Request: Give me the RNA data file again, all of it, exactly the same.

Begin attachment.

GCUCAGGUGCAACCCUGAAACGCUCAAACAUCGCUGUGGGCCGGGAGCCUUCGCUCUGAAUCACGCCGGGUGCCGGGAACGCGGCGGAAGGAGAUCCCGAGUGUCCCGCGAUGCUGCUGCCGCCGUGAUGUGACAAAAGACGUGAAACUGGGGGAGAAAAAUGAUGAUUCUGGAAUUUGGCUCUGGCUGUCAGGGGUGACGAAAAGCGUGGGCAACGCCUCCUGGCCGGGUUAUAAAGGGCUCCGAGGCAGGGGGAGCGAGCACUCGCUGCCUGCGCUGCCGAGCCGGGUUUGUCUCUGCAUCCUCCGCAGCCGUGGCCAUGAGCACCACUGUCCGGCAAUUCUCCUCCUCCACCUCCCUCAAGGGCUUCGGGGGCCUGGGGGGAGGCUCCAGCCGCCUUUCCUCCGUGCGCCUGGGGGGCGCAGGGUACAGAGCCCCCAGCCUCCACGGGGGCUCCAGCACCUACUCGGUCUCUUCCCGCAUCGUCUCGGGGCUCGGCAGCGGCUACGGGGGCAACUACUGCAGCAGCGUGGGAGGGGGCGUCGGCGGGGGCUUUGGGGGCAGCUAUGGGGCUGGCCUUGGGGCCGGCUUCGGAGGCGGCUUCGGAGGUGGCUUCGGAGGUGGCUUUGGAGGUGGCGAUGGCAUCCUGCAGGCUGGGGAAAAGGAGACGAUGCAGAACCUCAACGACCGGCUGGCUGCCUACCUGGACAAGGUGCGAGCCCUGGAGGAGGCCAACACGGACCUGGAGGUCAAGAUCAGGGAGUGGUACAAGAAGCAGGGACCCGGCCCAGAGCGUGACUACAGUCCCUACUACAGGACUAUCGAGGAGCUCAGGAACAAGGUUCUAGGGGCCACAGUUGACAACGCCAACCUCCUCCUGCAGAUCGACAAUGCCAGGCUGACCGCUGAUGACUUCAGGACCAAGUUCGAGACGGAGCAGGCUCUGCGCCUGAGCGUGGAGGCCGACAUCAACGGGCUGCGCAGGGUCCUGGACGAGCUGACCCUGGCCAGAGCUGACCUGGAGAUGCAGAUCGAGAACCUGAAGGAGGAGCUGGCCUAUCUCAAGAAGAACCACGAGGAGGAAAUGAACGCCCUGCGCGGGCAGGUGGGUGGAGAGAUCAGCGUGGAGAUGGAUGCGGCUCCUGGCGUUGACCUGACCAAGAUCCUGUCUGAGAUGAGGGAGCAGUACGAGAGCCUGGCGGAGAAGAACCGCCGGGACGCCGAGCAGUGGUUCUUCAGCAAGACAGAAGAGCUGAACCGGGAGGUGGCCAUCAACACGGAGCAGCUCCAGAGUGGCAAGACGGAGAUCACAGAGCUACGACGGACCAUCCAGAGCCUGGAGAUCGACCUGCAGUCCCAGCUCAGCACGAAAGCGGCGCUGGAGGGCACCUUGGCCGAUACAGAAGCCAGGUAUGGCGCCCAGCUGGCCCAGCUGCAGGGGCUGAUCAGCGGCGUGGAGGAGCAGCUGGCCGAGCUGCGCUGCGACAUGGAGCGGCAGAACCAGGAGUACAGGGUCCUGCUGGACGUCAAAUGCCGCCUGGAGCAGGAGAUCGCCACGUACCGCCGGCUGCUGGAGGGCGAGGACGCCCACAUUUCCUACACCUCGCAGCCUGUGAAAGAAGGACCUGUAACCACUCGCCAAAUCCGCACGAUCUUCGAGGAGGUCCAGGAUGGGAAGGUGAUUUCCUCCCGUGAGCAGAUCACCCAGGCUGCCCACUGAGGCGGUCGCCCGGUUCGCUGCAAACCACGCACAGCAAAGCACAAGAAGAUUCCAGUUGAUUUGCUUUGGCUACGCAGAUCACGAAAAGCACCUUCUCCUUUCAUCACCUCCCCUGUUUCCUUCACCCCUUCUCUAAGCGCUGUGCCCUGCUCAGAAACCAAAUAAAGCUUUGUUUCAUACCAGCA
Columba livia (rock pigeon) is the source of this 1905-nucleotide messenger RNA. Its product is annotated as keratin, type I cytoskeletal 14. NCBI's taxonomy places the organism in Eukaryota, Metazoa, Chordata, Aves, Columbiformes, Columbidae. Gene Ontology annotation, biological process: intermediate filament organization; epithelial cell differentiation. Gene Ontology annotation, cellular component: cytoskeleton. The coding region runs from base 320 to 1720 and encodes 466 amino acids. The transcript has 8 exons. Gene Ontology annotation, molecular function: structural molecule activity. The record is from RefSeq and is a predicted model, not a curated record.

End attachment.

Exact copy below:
GCUCAGGUGCAACCCUGAAACGCUCAAACAUCGCUGUGGGCCGGGAGCCUUCGCUCUGAAUCACGCCGGGUGCCGGGAACGCGGCGGAAGGAGAUCCCGAGUGUCCCGCGAUGCUGCUGCCGCCGUGAUGUGACAAAAGACGUGAAACUGGGGGAGAAAAAUGAUGAUUCUGGAAUUUGGCUCUGGCUGUCAGGGGUGACGAAAAGCGUGGGCAACGCCUCCUGGCCGGGUUAUAAAGGGCUCCGAGGCAGGGGGAGCGAGCACUCGCUGCCUGCGCUGCCGAGCCGGGUUUGUCUCUGCAUCCUCCGCAGCCGUGGCCAUGAGCACCACUGUCCGGCAAUUCUCCUCCUCCACCUCCCUCAAGGGCUUCGGGGGCCUGGGGGGAGGCUCCAGCCGCCUUUCCUCCGUGCGCCUGGGGGGCGCAGGGUACAGAGCCCCCAGCCUCCACGGGGGCUCCAGCACCUACUCGGUCUCUUCCCGCAUCGUCUCGGGGCUCGGCAGCGGCUACGGGGGCAACUACUGCAGCAGCGUGGGAGGGGGCGUCGGCGGGGGCUUUGGGGGCAGCUAUGGGGCUGGCCUUGGGGCCGGCUUCGGAGGCGGCUUCGGAGGUGGCUUCGGAGGUGGCUUUGGAGGUGGCGAUGGCAUCCUGCAGGCUGGGGAAAAGGAGACGAUGCAGAACCUCAACGACCGGCUGGCUGCCUACCUGGACAAGGUGCGAGCCCUGGAGGAGGCCAACACGGACCUGGAGGUCAAGAUCAGGGAGUGGUACAAGAAGCAGGGACCCGGCCCAGAGCGUGACUACAGUCCCUACUACAGGACUAUCGAGGAGCUCAGGAACAAGGUUCUAGGGGCCACAGUUGACAACGCCAACCUCCUCCUGCAGAUCGACAAUGCCAGGCUGACCGCUGAUGACUUCAGGACCAAGUUCGAGACGGAGCAGGCUCUGCGCCUGAGCGUGGAGGCCGACAUCAACGGGCUGCGCAGGGUCCUGGACGAGCUGACCCUGGCCAGAGCUGACCUGGAGAUGCAGAUCGAGAACCUGAAGGAGGAGCUGGCCUAUCUCAAGAAGAACCACGAGGAGGAAAUGAACGCCCUGCGCGGGCAGGUGGGUGGAGAGAUCAGCGUGGAGAUGGAUGCGGCUCCUGGCGUUGACCUGACCAAGAUCCUGUCUGAGAUGAGGGAGCAGUACGAGAGCCUGGCGGAGAAGAACCGCCGGGACGCCGAGCAGUGGUUCUUCAGCAAGACAGAAGAGCUGAACCGGGAGGUGGCCAUCAACACGGAGCAGCUCCAGAGUGGCAAGACGGAGAUCACAGAGCUACGACGGACCAUCCAGAGCCUGGAGAUCGACCUGCAGUCCCAGCUCAGCACGAAAGCGGCGCUGGAGGGCACCUUGGCCGAUACAGAAGCCAGGUAUGGCGCCCAGCUGGCCCAGCUGCAGGGGCUGAUCAGCGGCGUGGAGGAGCAGCUGGCCGAGCUGCGCUGCGACAUGGAGCGGCAGAACCAGGAGUACAGGGUCCUGCUGGACGUCAAAUGCCGCCUGGAGCAGGAGAUCGCCACGUACCGCCGGCUGCUGGAGGGCGAGGACGCCCACAUUUCCUACACCUCGCAGCCUGUGAAAGAAGGACCUGUAACCACUCGCCAAAUCCGCACGAUCUUCGAGGAGGUCCAGGAUGGGAAGGUGAUUUCCUCCCGUGAGCAGAUCACCCAGGCUGCCCACUGAGGCGGUCGCCCGGUUCGCUGCAAACCACGCACAGCAAAGCACAAGAAGAUUCCAGUUGAUUUGCUUUGGCUACGCAGAUCACGAAAAGCACCUUCUCCUUUCAUCACCUCCCCUGUUUCCUUCACCCCUUCUCUAAGCGCUGUGCCCUGCUCAGAAACCAAAUAAAGCUUUGUUUCAUACCAGCA
Columba livia (rock pigeon) is the source of this 1905-nucleotide messenger RNA. Its product is annotated as keratin, type I cytoskeletal 14. NCBI's taxonomy places the organism in Eukaryota, Metazoa, Chordata, Aves, Columbiformes, Columbidae. Gene Ontology annotation, biological process: intermediate filament organization; epithelial cell differentiation. Gene Ontology annotation, cellular component: cytoskeleton. The coding region runs from base 320 to 1720 and encodes 466 amino acids. The transcript has 8 exons. Gene Ontology annotation, molecular function: structural molecule activity. The record is from RefSeq and is a predicted model, not a curated record.